Plasma renin measurements are unrelated to mineralocorticoid replacement dose in patients with primary adrenal insufficiency.

Pofi, Riccardo, Prete, Alessandro, Thornton-Jones, Vivien, Bryce, Jillian, Ali, Salma R, Faisal Ahmed, S, Balsamo, Antonio, Baronio, Federico, Cannuccia, Amalia, Guven, Ayla, Guran, Tulay, Darendeliler, Feyza, Higham, Claire, Bonfig, Walter, de Vries, Liat, Bachega, Tania A S S, Miranda, Mirela C, Mendonca, Berenice B, Iotova, Violeta, Korbonits, Màrta, Krone, Nils P, Krone, Ruth, Lenzi, Andrea, Arlt, Wiebke, Ross, Richard J, Isidori, Andrea M and Tomlinson, Jeremy W (2019) Plasma renin measurements are unrelated to mineralocorticoid replacement dose in patients with primary adrenal insufficiency. The Journal of clinical endocrinology and metabolism. ISSN 1945-7197.

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No consensus exists for optimization of mineralocorticoid therapy in patients with primary adrenal insufficiency.


To explore the relationship between mineralocorticoid replacement dose, plasma renin concentration (PRC) and clinically important variables to determine which are most helpful in guiding mineralocorticoid dose titration in primary adrenal insufficiency.


Observational, retrospective, longitudinal analysis.


280 patients (with 984 clinical visits and plasma renin measurements) with primary adrenal insufficiency recruited from local databases and the international congenital adrenal hyperplasia (CAH) registry ( Thirty-seven patients were excluded from the final analysis due to incomplete assessment. Data from 204 patients with salt-wasting CAH (SW-CAH) (149 adults and 55 children) and 39 adult patients with Addison's disease (AD) were analysed.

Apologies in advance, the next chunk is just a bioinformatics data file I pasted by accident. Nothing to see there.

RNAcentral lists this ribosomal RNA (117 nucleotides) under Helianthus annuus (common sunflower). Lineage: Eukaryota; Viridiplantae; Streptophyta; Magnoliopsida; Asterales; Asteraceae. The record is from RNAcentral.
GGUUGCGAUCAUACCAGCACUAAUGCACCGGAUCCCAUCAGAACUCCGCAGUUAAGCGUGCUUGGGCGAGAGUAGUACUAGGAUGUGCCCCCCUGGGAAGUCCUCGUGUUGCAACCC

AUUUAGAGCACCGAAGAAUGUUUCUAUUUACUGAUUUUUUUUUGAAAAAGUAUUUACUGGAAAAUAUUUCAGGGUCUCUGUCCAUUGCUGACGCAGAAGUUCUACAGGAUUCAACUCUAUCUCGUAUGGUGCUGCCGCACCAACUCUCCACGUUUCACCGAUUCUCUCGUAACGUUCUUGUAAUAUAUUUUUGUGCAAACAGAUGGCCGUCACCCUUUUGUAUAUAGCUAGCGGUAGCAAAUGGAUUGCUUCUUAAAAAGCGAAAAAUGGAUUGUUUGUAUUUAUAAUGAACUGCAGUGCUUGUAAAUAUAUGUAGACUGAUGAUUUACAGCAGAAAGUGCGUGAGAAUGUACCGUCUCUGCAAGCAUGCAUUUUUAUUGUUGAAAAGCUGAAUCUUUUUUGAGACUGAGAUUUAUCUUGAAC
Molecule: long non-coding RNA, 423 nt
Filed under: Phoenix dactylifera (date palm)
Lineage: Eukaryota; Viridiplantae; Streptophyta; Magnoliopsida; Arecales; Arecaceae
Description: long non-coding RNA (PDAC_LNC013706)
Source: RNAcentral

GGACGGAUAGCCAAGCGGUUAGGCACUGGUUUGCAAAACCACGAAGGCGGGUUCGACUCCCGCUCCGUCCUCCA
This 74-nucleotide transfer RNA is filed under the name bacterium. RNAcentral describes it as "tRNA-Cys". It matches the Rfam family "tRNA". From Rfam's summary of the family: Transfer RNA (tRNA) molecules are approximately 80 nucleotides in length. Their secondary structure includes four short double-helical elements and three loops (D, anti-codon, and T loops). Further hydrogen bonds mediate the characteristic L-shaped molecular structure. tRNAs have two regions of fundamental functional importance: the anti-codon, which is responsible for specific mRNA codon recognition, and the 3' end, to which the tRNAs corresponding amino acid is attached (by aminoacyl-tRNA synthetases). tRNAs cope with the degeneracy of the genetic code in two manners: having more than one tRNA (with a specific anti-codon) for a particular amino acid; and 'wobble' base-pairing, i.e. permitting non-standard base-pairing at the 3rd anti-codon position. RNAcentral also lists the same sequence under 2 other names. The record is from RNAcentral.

PRC, electrolytes, blood pressure (BP) and anthropometric parameters were used to predict their utility in optimizing MC replacement dose.


PRC was low, normal or high in 19%, 36% and 44% of patients, respectively, with wide variability in mineralocorticoid dose and PRC. Univariate analysis demonstrated a direct positive relationship between mineralocorticoid dose and PRC in adults and children. There was no relationship between mineralocorticoid dose and BP in adults, while BP increased with increasing mineralocorticoid dose in children. Using multiple regression modelling, sodium was the only measurement that predicted PRC in adults. Longitudinally, the change in mineralocorticoid dose was able to predict potassium, but not BP or PRC.


The relationship between mineralocorticoid dose and PRC is complex and this may reflect variability in sampling with respect to posture, timing of last mineralocorticoid dose, adherence and concomitant medications. Our data suggests that mineralocorticoid titration should not primarily be based only on PRC normalization, but also on clinical parameters as BP and electrolyte concentration.

Item Type: Article
Subjects: WK Endocrine system. Endocrinology
Divisions: Clinical Support
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Depositing User: Mrs Suganthi Vijayaganesh
Date Deposited: 23 Oct 2019 14:06
Last Modified: 23 Oct 2019 14:06

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